At the same time as unemployment is historically low, however, many Americans are underemployed, not looking for work, or lacking in marketable job skills. Some cities are now looking at the construction worker shortage as a chance to help improve the skills, incomes, and employability of underserved populations. The New York Times took a look at what these cities are doing in a recent feature:

Facing a tight labor pool, developers, public officials and community organizations are using commercial projects to provide residents with careers in construction. Together, they’re making an effort to recruit men and women from impoverished neighborhoods or challenged populations, such as former prison inmates. In booming markets like San Francisco, Denver and Miami, where gentrification is squeezing affordable housing, demand for these types of programs is growing.

The training programs are also occurring in smaller markets. In Milwaukee, for example, Gorman & Company, an apartment developer, has teamed up with city, state and community agencies to give former inmates on-the-job training restoring dilapidated, tax-foreclosed homes, which are then rented to low-income earners.

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Microsoft Teams Makes a Play for Retail and Service Sectors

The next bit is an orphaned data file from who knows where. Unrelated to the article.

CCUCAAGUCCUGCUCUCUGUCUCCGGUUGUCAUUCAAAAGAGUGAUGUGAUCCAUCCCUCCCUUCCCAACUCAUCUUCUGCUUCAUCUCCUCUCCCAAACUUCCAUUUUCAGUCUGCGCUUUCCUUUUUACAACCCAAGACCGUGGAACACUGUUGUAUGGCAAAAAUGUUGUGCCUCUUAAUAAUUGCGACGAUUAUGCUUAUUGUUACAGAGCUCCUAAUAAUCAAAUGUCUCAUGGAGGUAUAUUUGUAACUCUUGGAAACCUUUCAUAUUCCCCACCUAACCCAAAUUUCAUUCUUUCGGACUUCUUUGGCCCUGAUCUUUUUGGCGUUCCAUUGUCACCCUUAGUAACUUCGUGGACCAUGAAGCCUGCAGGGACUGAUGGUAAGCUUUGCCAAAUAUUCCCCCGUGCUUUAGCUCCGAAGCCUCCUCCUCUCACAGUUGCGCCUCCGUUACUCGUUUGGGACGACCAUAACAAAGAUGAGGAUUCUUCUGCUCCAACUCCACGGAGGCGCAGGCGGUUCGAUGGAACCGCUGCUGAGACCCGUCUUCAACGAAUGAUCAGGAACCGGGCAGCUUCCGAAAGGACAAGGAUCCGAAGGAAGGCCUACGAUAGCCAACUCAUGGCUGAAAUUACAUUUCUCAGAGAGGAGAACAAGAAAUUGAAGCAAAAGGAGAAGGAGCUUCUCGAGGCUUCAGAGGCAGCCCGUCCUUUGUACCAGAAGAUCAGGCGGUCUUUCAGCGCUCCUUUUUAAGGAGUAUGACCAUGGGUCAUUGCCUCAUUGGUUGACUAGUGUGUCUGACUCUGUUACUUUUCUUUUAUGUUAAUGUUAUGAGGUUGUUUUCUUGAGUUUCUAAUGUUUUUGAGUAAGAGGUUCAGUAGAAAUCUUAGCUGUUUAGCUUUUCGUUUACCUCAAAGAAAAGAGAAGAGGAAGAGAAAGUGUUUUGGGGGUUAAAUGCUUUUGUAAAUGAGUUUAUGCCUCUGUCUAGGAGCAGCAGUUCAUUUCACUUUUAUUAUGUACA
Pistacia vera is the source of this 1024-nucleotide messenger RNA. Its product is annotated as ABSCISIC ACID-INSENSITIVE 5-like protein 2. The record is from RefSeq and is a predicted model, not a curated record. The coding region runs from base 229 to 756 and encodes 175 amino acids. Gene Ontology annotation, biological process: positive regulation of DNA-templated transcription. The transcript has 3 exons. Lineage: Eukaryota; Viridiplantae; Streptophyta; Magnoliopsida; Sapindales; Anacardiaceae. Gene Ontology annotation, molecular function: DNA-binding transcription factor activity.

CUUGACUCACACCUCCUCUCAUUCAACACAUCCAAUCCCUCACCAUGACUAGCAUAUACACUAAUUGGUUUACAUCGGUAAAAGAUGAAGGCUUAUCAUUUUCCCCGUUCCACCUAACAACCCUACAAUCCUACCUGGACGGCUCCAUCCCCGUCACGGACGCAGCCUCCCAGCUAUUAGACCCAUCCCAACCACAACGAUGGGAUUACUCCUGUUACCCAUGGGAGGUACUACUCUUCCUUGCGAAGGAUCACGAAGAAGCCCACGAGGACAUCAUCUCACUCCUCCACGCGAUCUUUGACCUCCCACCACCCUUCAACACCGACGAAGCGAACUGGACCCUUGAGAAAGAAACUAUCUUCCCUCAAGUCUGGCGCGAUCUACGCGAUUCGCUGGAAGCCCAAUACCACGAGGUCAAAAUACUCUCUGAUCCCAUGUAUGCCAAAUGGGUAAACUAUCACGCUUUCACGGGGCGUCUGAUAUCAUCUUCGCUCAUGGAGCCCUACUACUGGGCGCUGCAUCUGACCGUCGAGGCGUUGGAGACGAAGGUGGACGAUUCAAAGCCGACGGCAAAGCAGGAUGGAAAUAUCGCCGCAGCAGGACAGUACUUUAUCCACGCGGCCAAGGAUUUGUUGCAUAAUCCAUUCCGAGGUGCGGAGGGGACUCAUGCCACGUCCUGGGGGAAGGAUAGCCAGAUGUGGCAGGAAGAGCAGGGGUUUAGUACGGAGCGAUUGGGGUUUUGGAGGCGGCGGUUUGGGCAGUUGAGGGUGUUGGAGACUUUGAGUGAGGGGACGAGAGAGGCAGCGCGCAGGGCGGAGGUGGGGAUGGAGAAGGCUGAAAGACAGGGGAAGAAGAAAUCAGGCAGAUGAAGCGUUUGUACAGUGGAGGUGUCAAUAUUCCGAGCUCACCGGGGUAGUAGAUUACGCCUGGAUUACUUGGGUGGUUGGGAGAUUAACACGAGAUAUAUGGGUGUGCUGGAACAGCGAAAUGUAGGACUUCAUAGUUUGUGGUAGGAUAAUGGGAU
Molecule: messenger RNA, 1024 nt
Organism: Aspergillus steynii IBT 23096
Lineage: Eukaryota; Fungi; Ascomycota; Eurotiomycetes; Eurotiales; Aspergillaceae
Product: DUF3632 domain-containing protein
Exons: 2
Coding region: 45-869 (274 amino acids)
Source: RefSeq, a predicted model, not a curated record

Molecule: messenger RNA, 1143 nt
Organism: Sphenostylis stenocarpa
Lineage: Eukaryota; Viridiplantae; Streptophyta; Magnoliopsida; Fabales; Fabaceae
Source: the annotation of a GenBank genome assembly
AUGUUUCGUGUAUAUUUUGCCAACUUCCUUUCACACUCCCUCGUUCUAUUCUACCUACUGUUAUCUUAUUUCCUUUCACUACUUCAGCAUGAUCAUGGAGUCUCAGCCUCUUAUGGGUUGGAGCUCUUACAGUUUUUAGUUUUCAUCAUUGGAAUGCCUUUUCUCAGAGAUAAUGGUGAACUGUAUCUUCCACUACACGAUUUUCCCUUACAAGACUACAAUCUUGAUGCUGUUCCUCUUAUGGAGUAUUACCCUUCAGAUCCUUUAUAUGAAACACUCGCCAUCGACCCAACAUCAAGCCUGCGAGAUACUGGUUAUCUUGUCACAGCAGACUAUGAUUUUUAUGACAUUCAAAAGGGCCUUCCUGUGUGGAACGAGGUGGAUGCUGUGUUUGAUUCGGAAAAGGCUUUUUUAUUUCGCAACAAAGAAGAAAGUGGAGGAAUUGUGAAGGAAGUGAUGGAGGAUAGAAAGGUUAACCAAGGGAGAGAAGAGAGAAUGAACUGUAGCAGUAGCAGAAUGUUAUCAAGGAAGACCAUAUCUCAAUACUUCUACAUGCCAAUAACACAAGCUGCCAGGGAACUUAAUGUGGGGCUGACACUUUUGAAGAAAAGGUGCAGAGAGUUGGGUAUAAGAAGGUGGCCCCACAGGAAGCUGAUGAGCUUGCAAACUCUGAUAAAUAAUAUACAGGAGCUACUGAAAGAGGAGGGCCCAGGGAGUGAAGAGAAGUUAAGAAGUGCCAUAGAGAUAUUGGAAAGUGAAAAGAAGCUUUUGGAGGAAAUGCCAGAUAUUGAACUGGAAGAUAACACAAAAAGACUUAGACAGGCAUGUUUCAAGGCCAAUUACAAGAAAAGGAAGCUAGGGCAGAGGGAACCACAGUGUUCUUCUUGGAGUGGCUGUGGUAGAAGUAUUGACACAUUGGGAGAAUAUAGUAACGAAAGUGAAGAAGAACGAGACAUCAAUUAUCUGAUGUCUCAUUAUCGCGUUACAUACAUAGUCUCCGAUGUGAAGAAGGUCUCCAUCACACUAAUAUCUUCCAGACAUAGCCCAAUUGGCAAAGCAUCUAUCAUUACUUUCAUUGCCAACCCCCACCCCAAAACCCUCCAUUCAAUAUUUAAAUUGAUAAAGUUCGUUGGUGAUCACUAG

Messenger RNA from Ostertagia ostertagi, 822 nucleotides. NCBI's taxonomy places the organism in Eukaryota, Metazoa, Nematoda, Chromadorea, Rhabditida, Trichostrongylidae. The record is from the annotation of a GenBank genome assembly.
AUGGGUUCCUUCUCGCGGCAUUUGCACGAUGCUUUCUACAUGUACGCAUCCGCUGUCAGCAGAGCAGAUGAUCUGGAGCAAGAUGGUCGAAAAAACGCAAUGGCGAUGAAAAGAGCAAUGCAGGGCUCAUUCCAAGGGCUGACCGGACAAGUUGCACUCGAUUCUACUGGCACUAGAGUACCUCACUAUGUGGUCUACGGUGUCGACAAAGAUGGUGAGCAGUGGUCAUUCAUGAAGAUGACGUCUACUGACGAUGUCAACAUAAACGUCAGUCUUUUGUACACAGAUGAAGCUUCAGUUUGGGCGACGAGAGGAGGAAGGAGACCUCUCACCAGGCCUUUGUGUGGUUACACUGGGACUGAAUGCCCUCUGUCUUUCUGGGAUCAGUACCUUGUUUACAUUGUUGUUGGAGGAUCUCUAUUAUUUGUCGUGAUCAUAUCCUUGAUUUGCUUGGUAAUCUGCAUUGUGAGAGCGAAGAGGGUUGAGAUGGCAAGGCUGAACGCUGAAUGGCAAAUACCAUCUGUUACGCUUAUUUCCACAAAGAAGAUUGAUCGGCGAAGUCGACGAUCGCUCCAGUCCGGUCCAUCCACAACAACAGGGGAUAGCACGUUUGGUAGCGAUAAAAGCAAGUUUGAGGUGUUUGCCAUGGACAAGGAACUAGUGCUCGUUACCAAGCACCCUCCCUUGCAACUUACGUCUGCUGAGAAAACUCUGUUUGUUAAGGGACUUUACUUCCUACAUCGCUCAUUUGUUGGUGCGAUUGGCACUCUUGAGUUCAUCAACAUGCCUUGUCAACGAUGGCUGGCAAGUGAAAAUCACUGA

Microsoft Teams Makes a Play for Retail and Service Sectors

Workplace collaboration platforms are already an office staple for professionals working “desk jobs” in fields like technology and media, but these tools are less common among frontline employees in hands-on roles. Nearly two years after its global launch, Microsoft’s workplace collaboration platform Teams has added a series of new features to improve its functionality for workers in fields like retail, hospitality, healthcare, and manufacturing. The latest upgrade was rolled out last week, GeekWire’s Nat Levy reported, including:

  • [A] new customizable mobile experience comes with a series of features specifically for workers on the go, such as location sharing, smart camera and the ability to record and share audio messages.
  • Teams will now include a template to help IT managers grant individual employees access to the features they need.
  • Microsoft is working on a set of APIs, which will debut in public preview later this quarter, that will allow companies to integrate workforce management tools that handle things like scheduling and payroll directly into Teams.
  • Coming later this quarter, Microsoft is enabling a Praise feature, which allows employers to call out important contributions from workers.

This announcement comes just a few months after Microsoft showcased a series of new features for “first-line” workers at its Ignite developer conference in September. These included scheduling tools that enable users create and share schedules, swap shifts, request time off, and access announcements from their employers. Microsoft also revealed that it had a secure patient care coordination tool in private preview as part of an effort to bring Teams into the health care field.